Full-thickness wounds need immediate medical treatment if there's any chance of saving surrounding healthy tissue and preventing dead tissue.

However, beyond 24 hours old, full-thickness wounds won't heal on their own and will require surgical intervention.

At this point, the muscle, fat, and bone tissue have been injured, so there's no guarantee that a pressure ulcer can be fully repaired, especially if dead tissue is present. Even if the wound can heal, it may leave scarring or contractures.

Although some pressure ulcers can be prevented, it's essential that your loved one receive the proper treatment if they do occur. If you have a family member who is at risk for bedsores or has recently developed one, contact an experienced nursing home abuse attorney to make sure their rights are protected and they receive adequate care.

Risk Factors of Developing Decubitus Ulcers, Pressure Sores and Wounds

Those in the following categories are at an increased risk of developing bedsores:

  • People with joint problems (such as arthritis)
  • Those with limited mobility (and who spend most of their day in one position)
  • People suffering from paralysis or immobility in all four limbs
  • The obese or overweight
  • The elderly
  • People with diabetes or poor blood circulation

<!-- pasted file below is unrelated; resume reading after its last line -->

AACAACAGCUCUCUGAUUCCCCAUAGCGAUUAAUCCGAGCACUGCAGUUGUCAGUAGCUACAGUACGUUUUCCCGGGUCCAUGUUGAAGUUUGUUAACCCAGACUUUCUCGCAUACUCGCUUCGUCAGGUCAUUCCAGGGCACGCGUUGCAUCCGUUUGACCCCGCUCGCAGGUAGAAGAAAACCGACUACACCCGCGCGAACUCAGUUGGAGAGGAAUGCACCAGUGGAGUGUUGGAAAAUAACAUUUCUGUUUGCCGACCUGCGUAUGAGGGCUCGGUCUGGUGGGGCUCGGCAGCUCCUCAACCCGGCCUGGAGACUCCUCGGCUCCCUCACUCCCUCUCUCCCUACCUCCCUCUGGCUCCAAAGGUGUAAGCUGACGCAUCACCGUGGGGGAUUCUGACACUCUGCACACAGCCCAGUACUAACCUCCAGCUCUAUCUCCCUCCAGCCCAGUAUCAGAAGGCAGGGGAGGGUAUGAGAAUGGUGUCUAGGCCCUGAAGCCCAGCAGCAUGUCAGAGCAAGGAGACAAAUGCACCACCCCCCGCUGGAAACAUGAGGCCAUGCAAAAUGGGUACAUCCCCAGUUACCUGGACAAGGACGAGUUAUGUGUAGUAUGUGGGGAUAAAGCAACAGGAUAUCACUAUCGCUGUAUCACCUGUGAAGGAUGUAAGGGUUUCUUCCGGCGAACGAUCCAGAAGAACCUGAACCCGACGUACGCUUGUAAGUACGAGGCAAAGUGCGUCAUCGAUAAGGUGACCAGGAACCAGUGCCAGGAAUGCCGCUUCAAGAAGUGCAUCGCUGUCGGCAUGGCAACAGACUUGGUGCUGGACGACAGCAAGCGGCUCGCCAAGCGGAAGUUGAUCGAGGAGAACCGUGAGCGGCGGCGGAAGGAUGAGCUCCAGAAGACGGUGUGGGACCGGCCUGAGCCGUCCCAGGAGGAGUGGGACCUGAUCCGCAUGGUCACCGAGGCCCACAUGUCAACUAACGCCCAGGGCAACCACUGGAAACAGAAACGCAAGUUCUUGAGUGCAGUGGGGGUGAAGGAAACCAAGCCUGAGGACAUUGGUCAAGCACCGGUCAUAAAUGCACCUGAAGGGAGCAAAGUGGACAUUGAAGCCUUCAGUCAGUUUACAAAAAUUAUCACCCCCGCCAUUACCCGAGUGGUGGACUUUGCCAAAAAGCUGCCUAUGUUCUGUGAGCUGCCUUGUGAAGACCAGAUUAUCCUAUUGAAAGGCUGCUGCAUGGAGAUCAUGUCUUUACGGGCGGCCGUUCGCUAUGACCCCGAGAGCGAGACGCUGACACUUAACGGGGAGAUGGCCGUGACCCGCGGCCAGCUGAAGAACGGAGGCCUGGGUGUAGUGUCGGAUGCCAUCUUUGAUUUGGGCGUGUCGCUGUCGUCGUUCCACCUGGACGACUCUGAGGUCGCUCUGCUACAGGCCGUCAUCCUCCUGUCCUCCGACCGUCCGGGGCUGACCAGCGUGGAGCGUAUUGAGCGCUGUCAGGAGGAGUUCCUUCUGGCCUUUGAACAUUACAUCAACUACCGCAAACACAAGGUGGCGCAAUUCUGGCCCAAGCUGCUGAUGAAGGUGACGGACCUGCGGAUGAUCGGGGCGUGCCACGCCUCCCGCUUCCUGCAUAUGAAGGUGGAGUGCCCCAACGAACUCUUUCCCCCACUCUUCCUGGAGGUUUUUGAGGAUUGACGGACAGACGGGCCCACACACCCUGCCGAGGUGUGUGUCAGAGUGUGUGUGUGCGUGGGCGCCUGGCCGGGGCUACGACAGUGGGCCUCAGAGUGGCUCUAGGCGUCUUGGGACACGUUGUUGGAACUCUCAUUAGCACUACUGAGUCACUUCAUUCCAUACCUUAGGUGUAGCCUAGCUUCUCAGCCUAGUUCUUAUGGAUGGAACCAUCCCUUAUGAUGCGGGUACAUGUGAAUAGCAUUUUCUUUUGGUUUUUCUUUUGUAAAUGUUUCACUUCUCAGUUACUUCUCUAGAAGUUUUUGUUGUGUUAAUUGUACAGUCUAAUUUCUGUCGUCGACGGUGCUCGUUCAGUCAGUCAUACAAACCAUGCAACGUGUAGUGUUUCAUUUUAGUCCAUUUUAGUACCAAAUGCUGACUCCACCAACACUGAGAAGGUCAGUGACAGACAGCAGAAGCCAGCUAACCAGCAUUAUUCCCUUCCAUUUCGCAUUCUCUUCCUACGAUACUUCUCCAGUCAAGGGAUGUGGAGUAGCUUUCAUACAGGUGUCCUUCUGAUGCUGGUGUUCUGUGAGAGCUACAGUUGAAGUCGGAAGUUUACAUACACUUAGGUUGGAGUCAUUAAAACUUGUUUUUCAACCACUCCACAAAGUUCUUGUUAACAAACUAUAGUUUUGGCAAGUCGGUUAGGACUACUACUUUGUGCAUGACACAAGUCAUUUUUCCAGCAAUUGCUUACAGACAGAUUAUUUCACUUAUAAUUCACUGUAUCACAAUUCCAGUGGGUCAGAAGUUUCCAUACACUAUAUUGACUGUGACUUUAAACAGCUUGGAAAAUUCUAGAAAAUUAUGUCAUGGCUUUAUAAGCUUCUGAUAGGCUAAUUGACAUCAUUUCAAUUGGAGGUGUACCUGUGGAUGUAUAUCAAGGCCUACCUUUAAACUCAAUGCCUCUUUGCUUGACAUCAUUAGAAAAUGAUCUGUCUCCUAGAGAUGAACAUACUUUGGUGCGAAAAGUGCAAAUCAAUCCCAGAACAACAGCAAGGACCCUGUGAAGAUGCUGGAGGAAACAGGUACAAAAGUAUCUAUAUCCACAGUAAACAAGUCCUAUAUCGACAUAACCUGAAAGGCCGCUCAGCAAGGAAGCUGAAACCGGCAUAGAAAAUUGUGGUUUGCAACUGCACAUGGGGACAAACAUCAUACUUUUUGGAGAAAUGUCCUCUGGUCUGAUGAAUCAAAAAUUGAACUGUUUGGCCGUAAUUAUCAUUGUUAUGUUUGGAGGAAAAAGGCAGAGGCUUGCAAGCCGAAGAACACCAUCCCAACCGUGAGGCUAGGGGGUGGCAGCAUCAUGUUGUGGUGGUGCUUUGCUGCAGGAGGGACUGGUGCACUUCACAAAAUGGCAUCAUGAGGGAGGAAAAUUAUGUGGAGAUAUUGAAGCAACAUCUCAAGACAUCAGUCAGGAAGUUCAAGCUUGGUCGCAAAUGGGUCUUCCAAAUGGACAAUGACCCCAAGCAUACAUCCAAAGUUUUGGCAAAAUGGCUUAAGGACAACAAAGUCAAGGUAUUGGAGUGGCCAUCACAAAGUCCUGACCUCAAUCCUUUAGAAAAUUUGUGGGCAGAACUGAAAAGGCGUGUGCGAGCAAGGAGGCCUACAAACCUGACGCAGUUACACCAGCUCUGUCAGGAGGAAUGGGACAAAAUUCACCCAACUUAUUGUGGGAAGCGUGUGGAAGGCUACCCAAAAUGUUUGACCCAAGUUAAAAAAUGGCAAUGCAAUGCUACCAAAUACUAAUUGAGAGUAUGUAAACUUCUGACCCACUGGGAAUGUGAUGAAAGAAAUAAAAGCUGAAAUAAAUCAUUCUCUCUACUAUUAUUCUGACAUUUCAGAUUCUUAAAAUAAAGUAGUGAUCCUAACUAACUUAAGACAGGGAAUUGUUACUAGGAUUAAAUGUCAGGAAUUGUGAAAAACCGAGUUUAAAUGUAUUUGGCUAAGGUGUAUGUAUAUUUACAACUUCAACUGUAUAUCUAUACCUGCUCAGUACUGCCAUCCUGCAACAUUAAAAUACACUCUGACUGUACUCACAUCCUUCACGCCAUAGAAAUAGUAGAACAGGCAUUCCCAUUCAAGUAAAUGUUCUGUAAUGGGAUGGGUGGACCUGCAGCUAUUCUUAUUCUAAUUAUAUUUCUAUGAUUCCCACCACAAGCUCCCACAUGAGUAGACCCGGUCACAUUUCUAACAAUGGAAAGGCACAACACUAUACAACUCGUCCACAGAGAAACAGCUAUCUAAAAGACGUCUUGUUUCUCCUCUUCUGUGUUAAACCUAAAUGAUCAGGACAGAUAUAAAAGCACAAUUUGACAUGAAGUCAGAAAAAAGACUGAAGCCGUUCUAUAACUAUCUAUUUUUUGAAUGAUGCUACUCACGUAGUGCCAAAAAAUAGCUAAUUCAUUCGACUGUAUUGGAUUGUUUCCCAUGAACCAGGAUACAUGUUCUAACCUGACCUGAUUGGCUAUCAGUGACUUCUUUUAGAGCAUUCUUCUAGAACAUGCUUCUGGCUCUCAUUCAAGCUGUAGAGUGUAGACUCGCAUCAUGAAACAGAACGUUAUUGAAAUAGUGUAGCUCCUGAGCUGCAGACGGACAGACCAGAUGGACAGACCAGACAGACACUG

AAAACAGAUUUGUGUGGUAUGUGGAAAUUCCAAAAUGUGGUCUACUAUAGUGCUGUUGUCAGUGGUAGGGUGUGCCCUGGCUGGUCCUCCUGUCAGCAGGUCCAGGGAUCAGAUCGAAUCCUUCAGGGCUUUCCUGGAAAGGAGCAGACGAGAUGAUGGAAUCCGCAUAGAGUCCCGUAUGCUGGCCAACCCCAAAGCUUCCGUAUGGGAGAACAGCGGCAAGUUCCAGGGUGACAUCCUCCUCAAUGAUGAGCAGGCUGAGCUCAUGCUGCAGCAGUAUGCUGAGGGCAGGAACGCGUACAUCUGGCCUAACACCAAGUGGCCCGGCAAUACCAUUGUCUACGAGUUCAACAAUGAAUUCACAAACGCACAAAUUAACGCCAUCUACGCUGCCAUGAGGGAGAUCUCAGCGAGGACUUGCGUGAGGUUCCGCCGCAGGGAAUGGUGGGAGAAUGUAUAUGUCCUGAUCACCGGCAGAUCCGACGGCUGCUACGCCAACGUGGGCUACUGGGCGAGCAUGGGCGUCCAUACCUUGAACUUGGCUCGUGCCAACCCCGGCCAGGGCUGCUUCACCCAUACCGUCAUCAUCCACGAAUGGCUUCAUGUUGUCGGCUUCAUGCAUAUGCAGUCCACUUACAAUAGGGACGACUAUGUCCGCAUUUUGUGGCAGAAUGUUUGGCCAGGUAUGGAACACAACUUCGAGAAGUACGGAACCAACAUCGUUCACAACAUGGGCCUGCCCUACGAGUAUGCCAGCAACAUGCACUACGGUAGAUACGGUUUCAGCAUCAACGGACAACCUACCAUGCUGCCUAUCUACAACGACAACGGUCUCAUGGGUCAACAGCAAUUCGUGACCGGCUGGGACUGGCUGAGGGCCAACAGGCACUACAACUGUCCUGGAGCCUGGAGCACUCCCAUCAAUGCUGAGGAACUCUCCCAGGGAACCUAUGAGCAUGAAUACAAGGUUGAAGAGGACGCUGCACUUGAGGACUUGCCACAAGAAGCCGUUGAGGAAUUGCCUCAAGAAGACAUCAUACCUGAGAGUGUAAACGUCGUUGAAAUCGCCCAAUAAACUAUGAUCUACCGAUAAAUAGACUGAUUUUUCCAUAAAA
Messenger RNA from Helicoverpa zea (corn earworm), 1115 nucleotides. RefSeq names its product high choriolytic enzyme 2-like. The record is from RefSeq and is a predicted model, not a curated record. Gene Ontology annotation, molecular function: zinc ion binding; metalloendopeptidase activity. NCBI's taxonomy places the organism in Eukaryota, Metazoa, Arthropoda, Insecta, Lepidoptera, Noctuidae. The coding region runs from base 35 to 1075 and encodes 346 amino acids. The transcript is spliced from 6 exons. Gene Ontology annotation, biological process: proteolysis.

Decubitus Ulcers, Pressure Wounds Advanced Stages

In the early stages, pressure sores will simply cause redness on the skin. When it progresses to a secondary stage, the area around the sore may become blistered (an open wound) and swollen with a crater-like appearance.

In later stages, pressure ulcers can develop a white or yellow appearance and can even penetrate all the way through the skin, exposing the underlying tissue. Over time, life-threatening tissue damage and dead tissue in the deeper layers will appear.

Diagnosis of a Pressure Ulcer

Bedsores are diagnosed based on the lesions' depth, length, and width. Your doctor will look at your skin to see how deep the sore is, then use this information to help determine the appropriate treatment.

There are four different clinical staging classifications for pressure sores caused by restricted blood flow include:

  • Stage I: Skin redness without damage to the underlying tissue
  • Stage II: Skin damage that has not yet broken through to the muscle or bone
  • Stage III: Bedsore that has broken through the skin and reached muscle or bone
  • Stage IV: Full thickness wound breaks through all skin layers and reaches to fat, muscles, and bone, causing tissue damage and dead tissue

Hiring a Caregiver Abuse Lawyer to Resolve a Personal Injury Compensation Claim

According to the Centers for Medicare and Medicaid Services (CMS),developing bedsores in the hospital, nursing home, or home are “never events,” meaning they are almost always preventable when the staff follows caregiving procedures and wound protocol.

Did you or a loved one develop an avoidable pressure sore? If so, you are likely entitled to receive compensation for your damages.

Contact us at (888) 424-5757 (toll-free phone call) or use the contact form to schedule a free consultation. All confidential or sensitive information you share with our legal team remains private through an attorney-client relationship.

We accept all personal injury cases on contingency, meaning you pay nothing until we resolve your compensation claim in a settlement or a jury award.